By Isabella Ainsworth
With support hovering around 60 percent, Proposition 64, which would legalize recreational marijuana use in California for citizens aged 21 and over, is likely to pass this November– leading to a revolutionary change in California drug policy. Adults would be allowed to possess and use marijuana in California without fear of prosecution by the state.
Davis High’s policies towards marijuana, however, would remain the same.
“Legalization of marijuana would not change how we are responding to the situation and students would still be subject to suspension,” said Laura Juanitas, director of Student Services at the Davis Joint Unified School District.
Because the law only applies to adults over the age of 21, possession of marijuana would still be illegal for all of DHS students. Right now, marijuana is considered a controlled substance, which according to school rules is a level 6 offense and results in a mandatory five-day suspension, as well as notification of law enforcement.
Punishment for possession of marijuana at DHS would not change if Proposition 64 were passed. This is because the district bases its disciplinary actions off of the California Health and Safety Code, which in turn bases its scheduling of drugs off of the United States Controlled Substances Act. Proposition 64 would not change the federal law and marijuana would still be considered a Schedule I drug.
However, possession of alcohol, which some consider to have health effects similar to marijuana, is a Level 5 offense and results only a mandatory one day suspension. Meanwhile, possession of tobacco is a Level 3 offense and has no mandatory suspension attached to it.
It would still be illegal for everyone, including adults who can purchase the drug legally, to bring marijuana on to school grounds.
There are worries, however, that legalization of marijuana would increase usage of marijuana among adolescents as well as make marijuana more accessible for minors. Although Colorado, which legalized recreational marijuana in 2014, did not see a statistically significant spike in adolescents reporting marijuana use, with 19.7 percent of teens in Colorado reporting in a Colorado health department study that they had used marijuana in the past month in 2013 versus 21.2 percent in 2015, it is not certain that California would follow the same pattern.
Claire Drown, DHS class of 2016, currently goes to Whitman College in Washington state, which, like Colorado, Alaska and Oregon, has already legalized recreational marijuana use. Even though some students at Whitman College can legally purchase marijuana, Drown says that she is not more likely to use marijuana just because it is legalized. Whitman College bans the possession of marijuana on campus and use of the drug is not prevalent at the liberal arts school.
“It’s not as common here as even it was in Davis,” Drown said.
According to Drown, alcohol, rather than marijuana, is the substance of choice at Whitman College.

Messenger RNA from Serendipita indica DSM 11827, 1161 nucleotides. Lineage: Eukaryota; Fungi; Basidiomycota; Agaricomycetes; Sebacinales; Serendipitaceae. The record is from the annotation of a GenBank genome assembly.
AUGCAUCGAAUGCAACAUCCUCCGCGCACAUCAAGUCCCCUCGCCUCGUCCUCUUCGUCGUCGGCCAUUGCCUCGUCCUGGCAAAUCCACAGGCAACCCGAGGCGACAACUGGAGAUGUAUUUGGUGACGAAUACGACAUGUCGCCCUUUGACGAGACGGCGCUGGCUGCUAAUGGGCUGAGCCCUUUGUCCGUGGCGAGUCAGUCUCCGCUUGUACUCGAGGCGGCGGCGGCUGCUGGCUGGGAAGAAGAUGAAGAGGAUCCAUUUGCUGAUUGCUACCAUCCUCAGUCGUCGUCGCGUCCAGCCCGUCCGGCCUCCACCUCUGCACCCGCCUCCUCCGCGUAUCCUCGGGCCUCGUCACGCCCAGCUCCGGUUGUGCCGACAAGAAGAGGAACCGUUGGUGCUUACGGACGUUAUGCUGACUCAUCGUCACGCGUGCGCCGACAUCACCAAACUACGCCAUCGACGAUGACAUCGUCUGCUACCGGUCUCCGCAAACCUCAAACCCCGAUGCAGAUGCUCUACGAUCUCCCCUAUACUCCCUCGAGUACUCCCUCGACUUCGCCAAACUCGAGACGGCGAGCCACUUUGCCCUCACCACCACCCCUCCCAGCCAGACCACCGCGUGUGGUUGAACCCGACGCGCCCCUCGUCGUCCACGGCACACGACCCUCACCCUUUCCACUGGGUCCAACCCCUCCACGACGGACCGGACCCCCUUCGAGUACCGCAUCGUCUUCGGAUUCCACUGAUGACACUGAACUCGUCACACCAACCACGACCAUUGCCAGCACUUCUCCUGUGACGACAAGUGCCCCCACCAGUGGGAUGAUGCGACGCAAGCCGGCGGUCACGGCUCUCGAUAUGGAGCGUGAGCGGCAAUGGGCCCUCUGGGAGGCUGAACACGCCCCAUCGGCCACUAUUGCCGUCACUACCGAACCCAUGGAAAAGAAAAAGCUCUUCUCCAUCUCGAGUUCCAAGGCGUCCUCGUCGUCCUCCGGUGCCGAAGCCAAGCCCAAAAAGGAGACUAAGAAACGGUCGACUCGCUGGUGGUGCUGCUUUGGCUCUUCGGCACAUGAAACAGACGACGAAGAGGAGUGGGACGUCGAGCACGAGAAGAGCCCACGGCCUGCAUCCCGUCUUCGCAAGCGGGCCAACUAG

Another issue those opposed to Proposition 64 raise is the moral weight of legalizing a potentially dangerous substance and the perception of the drug that legalization creates for teens. A 2013 poll by the National Institute on Drug Abuse found that only 45 percent of high school seniors thought that marijuana was harmful and with legalization, that percentage could become even smaller.
Senior Kairi Sageshima, however, doesn’t think that it’s necessarily a bad thing for teens to see marijuana as relatively harmless.
“As long as alcohol is socially okay then weed can be deemed socially okay,” Sageshima said. “Both are bad for you.”
Sageshima does not just think that marijuana should be legalized because its effects are comparable to alcohol. He also believes that because marijuana use is “always going to happen” legalization would make it safer for the people already using the drug, as the government would be able to regulate the marijuana.
While marijuana might have only mild physical health effects, a study led by Magdalena Cerda found that people who used marijuana persistently over a long period of time often ended up in a lower social class and also faced relationship and financial difficulties. Cerda is an Associate Professor at the UC Davis Department of Emergency Medicine and the Vice Chancellor’s Chair in Violence Prevention.
These negative effects were found to be just as bad as, or worse, than the economic effects of alcohol, showing that legalization of marijuana might not just be a health issue, but an economic one as well.
“We need to be aware of the social downstream consequences [of marijuana],” Cerda said.
The study, published in the spring of 2016 in the journal “Clinical Psychological Science,” traced a group of people in New Zealand from age 18 to 38, ranked the socioeconomic status of parents on a scale from 1-6 and found that persistent marijuana users would often end with a lower socioeconomic status than their parents, even with other variables controlled.
However, not all users experienced the same results.
“People who start using during adolescence seem to be particularly affected,” Cerda said.
It is still unclear how legalization of marijuana would change, if at all, the results of Cerda’s study.